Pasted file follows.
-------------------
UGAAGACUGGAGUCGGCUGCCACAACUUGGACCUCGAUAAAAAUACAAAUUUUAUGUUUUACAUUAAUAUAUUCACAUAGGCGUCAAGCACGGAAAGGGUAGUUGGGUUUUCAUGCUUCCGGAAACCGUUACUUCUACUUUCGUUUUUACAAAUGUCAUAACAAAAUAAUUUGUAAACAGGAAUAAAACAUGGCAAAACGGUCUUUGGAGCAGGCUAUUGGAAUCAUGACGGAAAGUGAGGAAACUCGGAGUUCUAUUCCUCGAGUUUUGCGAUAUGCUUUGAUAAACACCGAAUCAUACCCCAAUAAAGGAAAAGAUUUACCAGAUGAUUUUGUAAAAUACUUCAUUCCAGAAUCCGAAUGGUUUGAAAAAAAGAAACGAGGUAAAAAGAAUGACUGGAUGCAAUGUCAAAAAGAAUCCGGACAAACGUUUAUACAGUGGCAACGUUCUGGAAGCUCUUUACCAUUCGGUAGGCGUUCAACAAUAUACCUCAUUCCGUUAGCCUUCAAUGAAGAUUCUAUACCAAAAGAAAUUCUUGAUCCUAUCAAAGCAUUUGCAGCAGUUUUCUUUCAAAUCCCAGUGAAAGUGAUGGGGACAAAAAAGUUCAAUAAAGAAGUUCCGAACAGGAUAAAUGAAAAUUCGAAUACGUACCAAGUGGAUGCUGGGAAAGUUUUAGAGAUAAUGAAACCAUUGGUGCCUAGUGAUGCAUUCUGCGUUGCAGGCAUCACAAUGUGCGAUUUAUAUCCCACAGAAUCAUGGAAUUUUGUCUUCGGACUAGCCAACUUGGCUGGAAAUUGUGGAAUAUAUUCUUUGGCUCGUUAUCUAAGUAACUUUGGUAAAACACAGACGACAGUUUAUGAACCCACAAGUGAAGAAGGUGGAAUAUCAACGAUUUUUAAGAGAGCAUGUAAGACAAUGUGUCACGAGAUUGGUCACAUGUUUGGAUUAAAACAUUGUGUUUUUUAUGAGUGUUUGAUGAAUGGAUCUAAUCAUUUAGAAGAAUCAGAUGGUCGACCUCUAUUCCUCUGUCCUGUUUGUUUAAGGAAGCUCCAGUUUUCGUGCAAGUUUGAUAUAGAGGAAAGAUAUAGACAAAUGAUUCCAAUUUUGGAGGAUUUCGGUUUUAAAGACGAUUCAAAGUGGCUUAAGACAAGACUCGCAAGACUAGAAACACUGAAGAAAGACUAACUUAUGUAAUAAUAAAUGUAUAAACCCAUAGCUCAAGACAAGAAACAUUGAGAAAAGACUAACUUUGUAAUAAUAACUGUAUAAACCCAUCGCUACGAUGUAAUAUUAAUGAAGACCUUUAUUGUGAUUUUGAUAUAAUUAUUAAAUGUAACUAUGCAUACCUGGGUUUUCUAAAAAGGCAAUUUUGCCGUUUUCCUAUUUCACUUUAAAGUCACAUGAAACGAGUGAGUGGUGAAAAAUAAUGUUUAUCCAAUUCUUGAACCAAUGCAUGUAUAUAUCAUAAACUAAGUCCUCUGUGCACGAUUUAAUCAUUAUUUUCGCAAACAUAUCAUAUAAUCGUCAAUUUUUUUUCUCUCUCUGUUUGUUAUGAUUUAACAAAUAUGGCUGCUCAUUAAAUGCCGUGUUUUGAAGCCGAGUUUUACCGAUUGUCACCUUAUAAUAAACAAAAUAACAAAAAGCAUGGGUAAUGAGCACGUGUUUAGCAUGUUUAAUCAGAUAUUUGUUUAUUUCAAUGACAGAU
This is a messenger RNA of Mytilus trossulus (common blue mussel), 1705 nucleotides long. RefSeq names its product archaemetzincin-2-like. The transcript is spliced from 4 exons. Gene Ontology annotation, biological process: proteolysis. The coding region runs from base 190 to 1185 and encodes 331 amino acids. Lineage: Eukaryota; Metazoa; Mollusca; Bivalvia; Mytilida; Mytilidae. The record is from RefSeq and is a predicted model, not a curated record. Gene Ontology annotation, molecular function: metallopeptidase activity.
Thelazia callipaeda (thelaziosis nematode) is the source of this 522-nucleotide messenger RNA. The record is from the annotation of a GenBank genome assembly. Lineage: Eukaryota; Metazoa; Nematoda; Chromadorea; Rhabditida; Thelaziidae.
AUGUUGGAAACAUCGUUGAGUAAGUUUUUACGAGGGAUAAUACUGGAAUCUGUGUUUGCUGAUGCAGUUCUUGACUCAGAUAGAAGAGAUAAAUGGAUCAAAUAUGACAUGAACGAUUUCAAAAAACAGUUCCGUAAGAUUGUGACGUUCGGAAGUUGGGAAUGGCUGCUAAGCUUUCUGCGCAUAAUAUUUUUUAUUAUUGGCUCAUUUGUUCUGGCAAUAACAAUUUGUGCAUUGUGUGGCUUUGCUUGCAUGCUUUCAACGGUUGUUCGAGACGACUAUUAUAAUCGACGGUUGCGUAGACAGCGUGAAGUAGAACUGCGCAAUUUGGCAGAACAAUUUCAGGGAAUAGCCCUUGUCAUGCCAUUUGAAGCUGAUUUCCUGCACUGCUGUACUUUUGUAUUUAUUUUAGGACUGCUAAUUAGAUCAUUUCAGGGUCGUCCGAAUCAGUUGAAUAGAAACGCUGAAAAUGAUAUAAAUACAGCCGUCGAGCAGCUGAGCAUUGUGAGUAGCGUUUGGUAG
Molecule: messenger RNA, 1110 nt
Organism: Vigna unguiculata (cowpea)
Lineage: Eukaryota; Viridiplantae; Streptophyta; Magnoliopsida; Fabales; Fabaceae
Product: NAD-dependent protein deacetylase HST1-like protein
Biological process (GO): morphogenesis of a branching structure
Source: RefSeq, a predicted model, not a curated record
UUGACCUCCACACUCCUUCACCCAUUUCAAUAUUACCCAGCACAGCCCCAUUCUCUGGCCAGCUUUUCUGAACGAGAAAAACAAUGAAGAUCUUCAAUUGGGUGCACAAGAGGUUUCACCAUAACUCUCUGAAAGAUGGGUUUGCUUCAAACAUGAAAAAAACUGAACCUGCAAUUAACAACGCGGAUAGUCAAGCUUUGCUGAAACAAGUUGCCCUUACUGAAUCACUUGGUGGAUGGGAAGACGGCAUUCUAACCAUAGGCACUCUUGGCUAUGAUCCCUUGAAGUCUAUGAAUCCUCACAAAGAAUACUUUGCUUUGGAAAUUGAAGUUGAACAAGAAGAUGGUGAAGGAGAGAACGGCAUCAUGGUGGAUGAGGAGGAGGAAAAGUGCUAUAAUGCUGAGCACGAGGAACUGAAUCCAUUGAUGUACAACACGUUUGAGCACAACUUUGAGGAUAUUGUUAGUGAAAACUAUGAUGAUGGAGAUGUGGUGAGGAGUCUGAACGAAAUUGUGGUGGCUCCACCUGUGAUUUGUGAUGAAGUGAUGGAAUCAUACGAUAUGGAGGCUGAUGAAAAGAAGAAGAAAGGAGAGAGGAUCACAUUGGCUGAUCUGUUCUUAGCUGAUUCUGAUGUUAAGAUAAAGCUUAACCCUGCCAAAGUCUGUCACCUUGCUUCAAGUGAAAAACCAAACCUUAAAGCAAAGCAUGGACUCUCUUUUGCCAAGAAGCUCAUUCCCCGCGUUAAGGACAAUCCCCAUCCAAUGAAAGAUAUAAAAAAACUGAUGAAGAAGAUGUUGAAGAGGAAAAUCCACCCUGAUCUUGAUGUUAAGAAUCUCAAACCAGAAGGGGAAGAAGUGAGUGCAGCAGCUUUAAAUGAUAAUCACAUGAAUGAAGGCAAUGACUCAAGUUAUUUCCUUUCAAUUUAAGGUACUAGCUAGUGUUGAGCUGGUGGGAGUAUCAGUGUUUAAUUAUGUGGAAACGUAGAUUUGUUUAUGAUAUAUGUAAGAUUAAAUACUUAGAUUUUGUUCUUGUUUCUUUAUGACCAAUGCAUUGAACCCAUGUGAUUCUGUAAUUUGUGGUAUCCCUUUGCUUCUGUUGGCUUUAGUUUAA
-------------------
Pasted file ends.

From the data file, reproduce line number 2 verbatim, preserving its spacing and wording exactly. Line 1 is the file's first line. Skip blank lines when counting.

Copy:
This is a messenger RNA of Mytilus trossulus (common blue mussel), 1705 nucleotides long. RefSeq names its product archaemetzincin-2-like. The transcript is spliced from 4 exons. Gene Ontology annotation, biological process: proteolysis. The coding region runs from base 190 to 1185 and encodes 331 amino acids. Lineage: Eukaryota; Metazoa; Mollusca; Bivalvia; Mytilida; Mytilidae. The record is from RefSeq and is a predicted model, not a curated record. Gene Ontology annotation, molecular function: metallopeptidase activity.